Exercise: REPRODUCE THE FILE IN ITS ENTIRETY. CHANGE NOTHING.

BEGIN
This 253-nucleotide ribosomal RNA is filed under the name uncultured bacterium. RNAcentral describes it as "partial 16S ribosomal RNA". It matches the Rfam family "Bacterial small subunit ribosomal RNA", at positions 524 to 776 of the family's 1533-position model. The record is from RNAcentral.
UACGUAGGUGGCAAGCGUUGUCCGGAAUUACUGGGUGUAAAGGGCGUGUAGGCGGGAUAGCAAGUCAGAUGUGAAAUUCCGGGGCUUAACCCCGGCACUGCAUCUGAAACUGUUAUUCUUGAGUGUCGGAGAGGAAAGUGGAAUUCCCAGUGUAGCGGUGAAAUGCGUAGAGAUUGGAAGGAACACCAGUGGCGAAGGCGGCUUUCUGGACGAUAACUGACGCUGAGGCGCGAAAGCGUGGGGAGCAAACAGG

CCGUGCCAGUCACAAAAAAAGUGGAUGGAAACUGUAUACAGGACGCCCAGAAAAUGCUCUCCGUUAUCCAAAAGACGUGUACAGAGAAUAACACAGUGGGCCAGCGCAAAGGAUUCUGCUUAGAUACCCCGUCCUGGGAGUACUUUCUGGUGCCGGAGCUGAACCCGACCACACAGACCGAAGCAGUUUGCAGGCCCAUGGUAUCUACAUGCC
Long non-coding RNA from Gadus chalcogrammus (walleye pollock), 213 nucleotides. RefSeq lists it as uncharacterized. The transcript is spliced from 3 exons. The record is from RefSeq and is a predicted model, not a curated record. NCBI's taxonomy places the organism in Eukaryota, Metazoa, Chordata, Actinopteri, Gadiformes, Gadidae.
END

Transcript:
This 253-nucleotide ribosomal RNA is filed under the name uncultured bacterium. RNAcentral describes it as "partial 16S ribosomal RNA". It matches the Rfam family "Bacterial small subunit ribosomal RNA", at positions 524 to 776 of the family's 1533-position model. The record is from RNAcentral.
UACGUAGGUGGCAAGCGUUGUCCGGAAUUACUGGGUGUAAAGGGCGUGUAGGCGGGAUAGCAAGUCAGAUGUGAAAUUCCGGGGCUUAACCCCGGCACUGCAUCUGAAACUGUUAUUCUUGAGUGUCGGAGAGGAAAGUGGAAUUCCCAGUGUAGCGGUGAAAUGCGUAGAGAUUGGAAGGAACACCAGUGGCGAAGGCGGCUUUCUGGACGAUAACUGACGCUGAGGCGCGAAAGCGUGGGGAGCAAACAGG

CCGUGCCAGUCACAAAAAAAGUGGAUGGAAACUGUAUACAGGACGCCCAGAAAAUGCUCUCCGUUAUCCAAAAGACGUGUACAGAGAAUAACACAGUGGGCCAGCGCAAAGGAUUCUGCUUAGAUACCCCGUCCUGGGAGUACUUUCUGGUGCCGGAGCUGAACCCGACCACACAGACCGAAGCAGUUUGCAGGCCCAUGGUAUCUACAUGCC
Long non-coding RNA from Gadus chalcogrammus (walleye pollock), 213 nucleotides. RefSeq lists it as uncharacterized. The transcript is spliced from 3 exons. The record is from RefSeq and is a predicted model, not a curated record. NCBI's taxonomy places the organism in Eukaryota, Metazoa, Chordata, Actinopteri, Gadiformes, Gadidae.